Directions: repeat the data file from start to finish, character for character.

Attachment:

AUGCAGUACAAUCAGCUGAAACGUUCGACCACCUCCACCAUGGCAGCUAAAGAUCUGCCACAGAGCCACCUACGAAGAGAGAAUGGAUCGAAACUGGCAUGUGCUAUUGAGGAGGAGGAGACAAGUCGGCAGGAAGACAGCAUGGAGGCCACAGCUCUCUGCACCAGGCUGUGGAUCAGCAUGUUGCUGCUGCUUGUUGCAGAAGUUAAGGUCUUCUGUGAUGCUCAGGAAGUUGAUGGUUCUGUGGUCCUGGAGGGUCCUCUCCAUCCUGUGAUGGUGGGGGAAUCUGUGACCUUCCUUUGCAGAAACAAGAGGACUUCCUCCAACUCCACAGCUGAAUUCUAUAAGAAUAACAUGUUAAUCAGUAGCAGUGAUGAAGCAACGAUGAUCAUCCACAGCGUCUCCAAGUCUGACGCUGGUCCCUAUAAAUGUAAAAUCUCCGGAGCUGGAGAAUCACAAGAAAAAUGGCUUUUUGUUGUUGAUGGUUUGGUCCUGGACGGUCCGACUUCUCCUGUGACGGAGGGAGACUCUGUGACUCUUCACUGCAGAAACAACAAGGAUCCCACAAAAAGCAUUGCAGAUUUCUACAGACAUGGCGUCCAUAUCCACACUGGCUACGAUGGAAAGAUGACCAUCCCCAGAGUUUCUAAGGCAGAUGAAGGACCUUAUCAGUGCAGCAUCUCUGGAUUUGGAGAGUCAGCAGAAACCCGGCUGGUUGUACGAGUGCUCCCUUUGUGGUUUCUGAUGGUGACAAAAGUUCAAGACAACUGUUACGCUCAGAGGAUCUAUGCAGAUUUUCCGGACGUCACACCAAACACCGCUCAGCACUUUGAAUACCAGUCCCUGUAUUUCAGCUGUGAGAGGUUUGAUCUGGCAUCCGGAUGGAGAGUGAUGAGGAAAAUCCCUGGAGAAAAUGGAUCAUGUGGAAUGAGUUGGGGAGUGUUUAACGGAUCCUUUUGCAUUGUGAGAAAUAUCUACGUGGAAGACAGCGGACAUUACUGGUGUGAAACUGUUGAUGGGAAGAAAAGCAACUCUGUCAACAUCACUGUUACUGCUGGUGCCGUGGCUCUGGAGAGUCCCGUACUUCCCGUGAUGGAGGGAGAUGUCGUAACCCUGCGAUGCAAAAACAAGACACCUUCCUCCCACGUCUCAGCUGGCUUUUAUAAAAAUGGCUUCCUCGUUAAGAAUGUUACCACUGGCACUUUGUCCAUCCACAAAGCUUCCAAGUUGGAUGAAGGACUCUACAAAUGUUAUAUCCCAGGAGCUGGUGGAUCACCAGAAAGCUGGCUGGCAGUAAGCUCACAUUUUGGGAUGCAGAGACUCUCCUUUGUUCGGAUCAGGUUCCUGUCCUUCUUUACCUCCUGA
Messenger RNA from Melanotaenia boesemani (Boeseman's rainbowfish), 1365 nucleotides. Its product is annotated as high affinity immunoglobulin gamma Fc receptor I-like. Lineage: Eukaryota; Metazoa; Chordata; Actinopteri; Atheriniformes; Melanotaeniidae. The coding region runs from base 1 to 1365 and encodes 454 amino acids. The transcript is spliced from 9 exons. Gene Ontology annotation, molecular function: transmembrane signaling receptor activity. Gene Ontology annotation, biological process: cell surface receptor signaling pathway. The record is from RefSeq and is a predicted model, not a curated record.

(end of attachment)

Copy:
AUGCAGUACAAUCAGCUGAAACGUUCGACCACCUCCACCAUGGCAGCUAAAGAUCUGCCACAGAGCCACCUACGAAGAGAGAAUGGAUCGAAACUGGCAUGUGCUAUUGAGGAGGAGGAGACAAGUCGGCAGGAAGACAGCAUGGAGGCCACAGCUCUCUGCACCAGGCUGUGGAUCAGCAUGUUGCUGCUGCUUGUUGCAGAAGUUAAGGUCUUCUGUGAUGCUCAGGAAGUUGAUGGUUCUGUGGUCCUGGAGGGUCCUCUCCAUCCUGUGAUGGUGGGGGAAUCUGUGACCUUCCUUUGCAGAAACAAGAGGACUUCCUCCAACUCCACAGCUGAAUUCUAUAAGAAUAACAUGUUAAUCAGUAGCAGUGAUGAAGCAACGAUGAUCAUCCACAGCGUCUCCAAGUCUGACGCUGGUCCCUAUAAAUGUAAAAUCUCCGGAGCUGGAGAAUCACAAGAAAAAUGGCUUUUUGUUGUUGAUGGUUUGGUCCUGGACGGUCCGACUUCUCCUGUGACGGAGGGAGACUCUGUGACUCUUCACUGCAGAAACAACAAGGAUCCCACAAAAAGCAUUGCAGAUUUCUACAGACAUGGCGUCCAUAUCCACACUGGCUACGAUGGAAAGAUGACCAUCCCCAGAGUUUCUAAGGCAGAUGAAGGACCUUAUCAGUGCAGCAUCUCUGGAUUUGGAGAGUCAGCAGAAACCCGGCUGGUUGUACGAGUGCUCCCUUUGUGGUUUCUGAUGGUGACAAAAGUUCAAGACAACUGUUACGCUCAGAGGAUCUAUGCAGAUUUUCCGGACGUCACACCAAACACCGCUCAGCACUUUGAAUACCAGUCCCUGUAUUUCAGCUGUGAGAGGUUUGAUCUGGCAUCCGGAUGGAGAGUGAUGAGGAAAAUCCCUGGAGAAAAUGGAUCAUGUGGAAUGAGUUGGGGAGUGUUUAACGGAUCCUUUUGCAUUGUGAGAAAUAUCUACGUGGAAGACAGCGGACAUUACUGGUGUGAAACUGUUGAUGGGAAGAAAAGCAACUCUGUCAACAUCACUGUUACUGCUGGUGCCGUGGCUCUGGAGAGUCCCGUACUUCCCGUGAUGGAGGGAGAUGUCGUAACCCUGCGAUGCAAAAACAAGACACCUUCCUCCCACGUCUCAGCUGGCUUUUAUAAAAAUGGCUUCCUCGUUAAGAAUGUUACCACUGGCACUUUGUCCAUCCACAAAGCUUCCAAGUUGGAUGAAGGACUCUACAAAUGUUAUAUCCCAGGAGCUGGUGGAUCACCAGAAAGCUGGCUGGCAGUAAGCUCACAUUUUGGGAUGCAGAGACUCUCCUUUGUUCGGAUCAGGUUCCUGUCCUUCUUUACCUCCUGA
Messenger RNA from Melanotaenia boesemani (Boeseman's rainbowfish), 1365 nucleotides. Its product is annotated as high affinity immunoglobulin gamma Fc receptor I-like. Lineage: Eukaryota; Metazoa; Chordata; Actinopteri; Atheriniformes; Melanotaeniidae. The coding region runs from base 1 to 1365 and encodes 454 amino acids. The transcript is spliced from 9 exons. Gene Ontology annotation, molecular function: transmembrane signaling receptor activity. Gene Ontology annotation, biological process: cell surface receptor signaling pathway. The record is from RefSeq and is a predicted model, not a curated record.